Tree Fruit Research & Extension Center

Apple IPM Transition Project

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Volume: 3 Issue: 3 April 15, 2010    Download PDF

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PMTP Newsletter - AZM Alternatives for Codling Moth Control

In this issue:

AZM Alternatives for CM Control    OP-Alternative CM Programs   
Spring CM Control    Codling Moth Mating Disruption   
Summer CM Control    Secondary Pest Considerations


AZM Alternatives for CM Control

The EPA phase-out of AZM (azinphos-methyl, Guthion) is in its third year, which means growers are only allowed 2 pounds of active ingredient per acre in apple. This limit in active ingredient

means that growers will be restricted to two effective applications in 2010. Next year only 1.5 pounds of active ingredient is allowed, which means only one application of a high labeled rate.

So, if you have been putting off the inevitable it is time to adopt OP-alternative insecticides into your pest control program.


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OP-Alternatives CM Programs

There is not one codling moth program that will work in all situations. Variances in locations, pest populations, and pest pressures mean that growers have to design programs for their specific situations. Researchers have developed use patterns for OP-alternative insecticides that growers have found work well for codling moth control. The key to managing codling moth with these strategies is to choose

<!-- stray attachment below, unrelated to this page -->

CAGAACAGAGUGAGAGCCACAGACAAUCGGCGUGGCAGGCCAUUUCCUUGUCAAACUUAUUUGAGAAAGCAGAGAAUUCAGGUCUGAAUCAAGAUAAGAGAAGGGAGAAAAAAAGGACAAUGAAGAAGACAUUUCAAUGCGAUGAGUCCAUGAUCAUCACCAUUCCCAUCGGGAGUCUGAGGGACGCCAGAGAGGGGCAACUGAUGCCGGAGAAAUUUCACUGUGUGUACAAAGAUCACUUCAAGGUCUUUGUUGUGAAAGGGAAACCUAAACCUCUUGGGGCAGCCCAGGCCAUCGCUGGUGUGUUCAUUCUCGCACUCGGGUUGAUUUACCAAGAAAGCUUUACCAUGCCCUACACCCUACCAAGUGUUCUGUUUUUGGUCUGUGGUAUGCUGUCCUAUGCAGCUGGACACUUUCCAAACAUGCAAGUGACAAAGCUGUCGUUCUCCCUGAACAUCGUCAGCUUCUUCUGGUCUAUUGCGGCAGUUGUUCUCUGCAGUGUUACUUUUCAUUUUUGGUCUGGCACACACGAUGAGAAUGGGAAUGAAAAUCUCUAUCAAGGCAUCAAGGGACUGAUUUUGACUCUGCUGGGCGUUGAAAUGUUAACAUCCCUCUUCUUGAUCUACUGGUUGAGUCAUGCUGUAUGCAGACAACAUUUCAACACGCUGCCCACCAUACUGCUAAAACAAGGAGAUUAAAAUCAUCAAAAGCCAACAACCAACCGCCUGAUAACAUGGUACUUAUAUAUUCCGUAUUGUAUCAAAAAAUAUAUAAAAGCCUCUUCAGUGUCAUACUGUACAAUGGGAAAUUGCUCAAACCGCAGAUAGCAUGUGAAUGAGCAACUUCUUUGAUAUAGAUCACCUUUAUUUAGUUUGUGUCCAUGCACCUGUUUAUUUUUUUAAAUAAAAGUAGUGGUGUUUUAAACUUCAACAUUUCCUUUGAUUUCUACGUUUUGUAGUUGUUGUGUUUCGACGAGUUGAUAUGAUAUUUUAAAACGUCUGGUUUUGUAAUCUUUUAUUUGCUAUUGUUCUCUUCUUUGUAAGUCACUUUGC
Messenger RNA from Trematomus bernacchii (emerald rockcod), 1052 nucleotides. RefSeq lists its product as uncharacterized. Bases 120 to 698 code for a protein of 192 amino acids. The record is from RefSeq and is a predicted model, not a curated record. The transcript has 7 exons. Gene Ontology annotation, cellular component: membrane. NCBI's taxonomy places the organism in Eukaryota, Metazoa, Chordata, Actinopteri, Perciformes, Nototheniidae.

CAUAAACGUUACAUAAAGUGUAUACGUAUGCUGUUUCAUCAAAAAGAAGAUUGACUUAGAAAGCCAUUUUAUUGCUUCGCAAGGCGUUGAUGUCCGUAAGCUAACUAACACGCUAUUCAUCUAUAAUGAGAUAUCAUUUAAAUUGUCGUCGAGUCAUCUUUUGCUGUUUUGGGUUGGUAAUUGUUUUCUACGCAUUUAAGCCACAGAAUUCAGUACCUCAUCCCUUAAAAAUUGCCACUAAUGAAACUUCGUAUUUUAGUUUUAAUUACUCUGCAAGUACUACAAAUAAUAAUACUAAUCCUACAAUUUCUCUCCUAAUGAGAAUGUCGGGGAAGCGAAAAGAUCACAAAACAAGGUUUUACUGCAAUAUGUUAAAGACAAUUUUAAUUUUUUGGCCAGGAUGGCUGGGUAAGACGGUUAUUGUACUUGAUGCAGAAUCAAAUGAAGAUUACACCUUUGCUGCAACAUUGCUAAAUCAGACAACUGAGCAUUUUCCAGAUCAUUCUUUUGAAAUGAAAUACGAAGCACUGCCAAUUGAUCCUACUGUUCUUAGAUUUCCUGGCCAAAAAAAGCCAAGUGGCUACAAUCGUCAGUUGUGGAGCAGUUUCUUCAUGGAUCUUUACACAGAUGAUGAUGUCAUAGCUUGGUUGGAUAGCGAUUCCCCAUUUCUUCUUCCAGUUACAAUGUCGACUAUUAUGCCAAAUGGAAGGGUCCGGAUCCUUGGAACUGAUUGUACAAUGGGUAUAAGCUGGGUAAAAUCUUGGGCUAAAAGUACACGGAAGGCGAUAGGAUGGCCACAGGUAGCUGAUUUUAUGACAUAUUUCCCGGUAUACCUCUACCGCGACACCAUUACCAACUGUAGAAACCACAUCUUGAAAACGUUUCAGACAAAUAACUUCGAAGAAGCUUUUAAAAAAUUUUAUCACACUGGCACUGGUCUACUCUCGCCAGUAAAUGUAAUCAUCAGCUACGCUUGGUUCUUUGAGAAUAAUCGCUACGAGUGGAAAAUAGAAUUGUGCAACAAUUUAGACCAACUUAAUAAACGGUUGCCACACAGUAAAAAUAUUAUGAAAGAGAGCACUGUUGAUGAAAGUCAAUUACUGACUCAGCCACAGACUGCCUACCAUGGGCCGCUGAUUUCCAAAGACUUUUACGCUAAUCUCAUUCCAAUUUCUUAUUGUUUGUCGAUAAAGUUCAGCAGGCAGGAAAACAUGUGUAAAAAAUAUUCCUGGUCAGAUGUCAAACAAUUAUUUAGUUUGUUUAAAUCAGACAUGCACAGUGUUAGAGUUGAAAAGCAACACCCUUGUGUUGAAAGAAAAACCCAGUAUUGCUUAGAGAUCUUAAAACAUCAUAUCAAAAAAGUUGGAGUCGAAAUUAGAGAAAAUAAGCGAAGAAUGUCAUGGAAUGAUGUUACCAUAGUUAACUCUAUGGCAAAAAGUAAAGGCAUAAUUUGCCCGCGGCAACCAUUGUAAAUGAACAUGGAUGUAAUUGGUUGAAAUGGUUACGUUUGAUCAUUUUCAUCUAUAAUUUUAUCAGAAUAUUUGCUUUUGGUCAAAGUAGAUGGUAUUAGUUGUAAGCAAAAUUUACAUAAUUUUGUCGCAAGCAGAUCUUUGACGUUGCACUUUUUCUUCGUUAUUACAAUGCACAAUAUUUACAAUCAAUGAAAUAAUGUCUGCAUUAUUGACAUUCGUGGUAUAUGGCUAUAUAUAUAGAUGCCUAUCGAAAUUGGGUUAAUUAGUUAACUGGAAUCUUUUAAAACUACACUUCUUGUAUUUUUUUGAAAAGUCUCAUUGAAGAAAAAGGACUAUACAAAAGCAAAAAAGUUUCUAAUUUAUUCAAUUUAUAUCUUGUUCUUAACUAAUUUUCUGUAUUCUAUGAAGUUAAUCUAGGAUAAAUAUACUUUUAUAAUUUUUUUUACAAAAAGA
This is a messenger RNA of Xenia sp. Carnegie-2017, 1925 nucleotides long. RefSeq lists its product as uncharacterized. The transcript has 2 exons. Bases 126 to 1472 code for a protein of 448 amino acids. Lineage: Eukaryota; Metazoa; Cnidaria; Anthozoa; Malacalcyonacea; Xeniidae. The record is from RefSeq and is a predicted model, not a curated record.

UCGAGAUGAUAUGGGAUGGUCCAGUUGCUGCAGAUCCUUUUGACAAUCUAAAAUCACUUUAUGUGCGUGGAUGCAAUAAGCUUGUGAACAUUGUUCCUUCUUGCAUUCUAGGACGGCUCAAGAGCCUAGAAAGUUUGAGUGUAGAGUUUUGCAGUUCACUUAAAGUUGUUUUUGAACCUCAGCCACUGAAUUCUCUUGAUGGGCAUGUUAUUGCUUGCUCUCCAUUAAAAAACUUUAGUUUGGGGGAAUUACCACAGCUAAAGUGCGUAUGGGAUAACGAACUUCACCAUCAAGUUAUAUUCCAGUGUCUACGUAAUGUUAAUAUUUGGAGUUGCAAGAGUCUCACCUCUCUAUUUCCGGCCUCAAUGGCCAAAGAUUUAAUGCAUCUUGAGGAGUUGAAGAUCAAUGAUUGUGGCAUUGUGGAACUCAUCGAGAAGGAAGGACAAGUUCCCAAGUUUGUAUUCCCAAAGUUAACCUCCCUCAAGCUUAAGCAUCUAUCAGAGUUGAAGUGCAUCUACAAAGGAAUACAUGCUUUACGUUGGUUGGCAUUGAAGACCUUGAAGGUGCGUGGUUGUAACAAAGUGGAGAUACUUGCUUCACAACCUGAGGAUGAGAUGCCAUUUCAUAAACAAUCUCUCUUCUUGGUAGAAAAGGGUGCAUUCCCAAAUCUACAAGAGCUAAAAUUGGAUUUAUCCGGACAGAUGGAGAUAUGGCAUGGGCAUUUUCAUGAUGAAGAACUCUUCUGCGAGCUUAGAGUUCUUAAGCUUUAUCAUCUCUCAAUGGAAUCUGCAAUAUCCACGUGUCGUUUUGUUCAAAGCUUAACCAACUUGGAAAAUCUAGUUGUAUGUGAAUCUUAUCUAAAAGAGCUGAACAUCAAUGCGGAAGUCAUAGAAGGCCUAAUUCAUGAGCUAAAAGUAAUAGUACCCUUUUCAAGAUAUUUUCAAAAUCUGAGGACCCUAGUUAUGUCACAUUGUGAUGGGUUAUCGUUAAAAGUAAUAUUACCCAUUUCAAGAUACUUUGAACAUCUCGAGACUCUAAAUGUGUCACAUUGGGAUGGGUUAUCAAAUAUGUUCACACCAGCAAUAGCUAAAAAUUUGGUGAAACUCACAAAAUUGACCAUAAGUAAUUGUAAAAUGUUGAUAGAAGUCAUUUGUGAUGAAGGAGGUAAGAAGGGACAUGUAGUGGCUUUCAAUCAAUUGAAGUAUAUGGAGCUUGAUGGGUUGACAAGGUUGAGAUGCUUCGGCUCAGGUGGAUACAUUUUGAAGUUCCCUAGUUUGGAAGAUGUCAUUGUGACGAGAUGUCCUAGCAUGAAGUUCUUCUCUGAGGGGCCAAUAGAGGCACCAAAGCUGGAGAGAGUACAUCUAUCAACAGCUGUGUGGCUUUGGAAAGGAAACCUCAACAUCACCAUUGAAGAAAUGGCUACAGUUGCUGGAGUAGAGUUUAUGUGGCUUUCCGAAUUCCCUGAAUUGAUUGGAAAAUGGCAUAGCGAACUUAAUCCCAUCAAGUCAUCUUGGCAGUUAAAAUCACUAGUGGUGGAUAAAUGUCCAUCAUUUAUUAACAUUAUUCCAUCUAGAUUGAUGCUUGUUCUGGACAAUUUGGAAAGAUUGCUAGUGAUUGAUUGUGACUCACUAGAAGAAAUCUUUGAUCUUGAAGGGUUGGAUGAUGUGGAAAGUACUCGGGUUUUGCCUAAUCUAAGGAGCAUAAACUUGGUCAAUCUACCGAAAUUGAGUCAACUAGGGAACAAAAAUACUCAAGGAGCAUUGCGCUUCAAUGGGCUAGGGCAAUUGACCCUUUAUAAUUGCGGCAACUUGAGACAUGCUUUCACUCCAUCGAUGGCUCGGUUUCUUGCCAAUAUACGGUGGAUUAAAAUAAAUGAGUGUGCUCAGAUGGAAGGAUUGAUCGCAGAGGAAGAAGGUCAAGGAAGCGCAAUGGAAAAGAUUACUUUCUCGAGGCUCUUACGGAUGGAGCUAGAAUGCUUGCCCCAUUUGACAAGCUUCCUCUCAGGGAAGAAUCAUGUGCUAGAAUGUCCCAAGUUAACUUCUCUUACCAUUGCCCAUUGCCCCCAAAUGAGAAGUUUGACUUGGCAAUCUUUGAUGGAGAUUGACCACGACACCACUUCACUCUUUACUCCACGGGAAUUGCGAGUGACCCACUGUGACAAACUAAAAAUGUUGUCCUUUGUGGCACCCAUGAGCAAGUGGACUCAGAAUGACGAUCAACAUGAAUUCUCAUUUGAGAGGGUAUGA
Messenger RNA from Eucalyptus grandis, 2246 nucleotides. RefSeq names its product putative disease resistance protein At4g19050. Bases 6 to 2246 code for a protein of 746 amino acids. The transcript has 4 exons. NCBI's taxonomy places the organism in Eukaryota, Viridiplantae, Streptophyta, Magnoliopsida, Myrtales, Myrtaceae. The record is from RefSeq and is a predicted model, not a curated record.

controls that target specific life stages so that the codling moth life cycle is disrupted as often as possible. In most cases, a program based on mating disruption and a combination of ovicidal and larvicidal insecticides can control codling moth without the use of organo-phosphate insecticides. Over time, many growers have found that fewer insecticide applications are required to achieve the clean crop that is desired.

CM1stGen

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Spring CM Control

Pheromone traps and mating disruption dispensers should be placed in the orchard before 125 degree-days (prior to first bloom). Pheromone dispensers disrupt codling moth mating and result in fewer eggs in the orchard. Pheromone traps capture male moths and allow

growers to determine and track the size and location of codling moth populations that may need insecticide treatments. The first insecticide controls for codling moth can be applied in the petal fall period. This represents an opportunity to target codling moth eggs. Esteem, Intrepid,

Rimon, and Altacor are OP-alternative insecticides that work as ovicides – that is, they kill codling moth eggs – at the same time they provide control of overwintering leafroller larvae. Therefore, you have the opportunity to target two pests with one insecticide application.


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Codling Moth Mating Disruption

MD dispensers


Recent research with mating disruption products indicates that the number of point sources is more important than the amount of pheromone that each point source (dispenser) emits.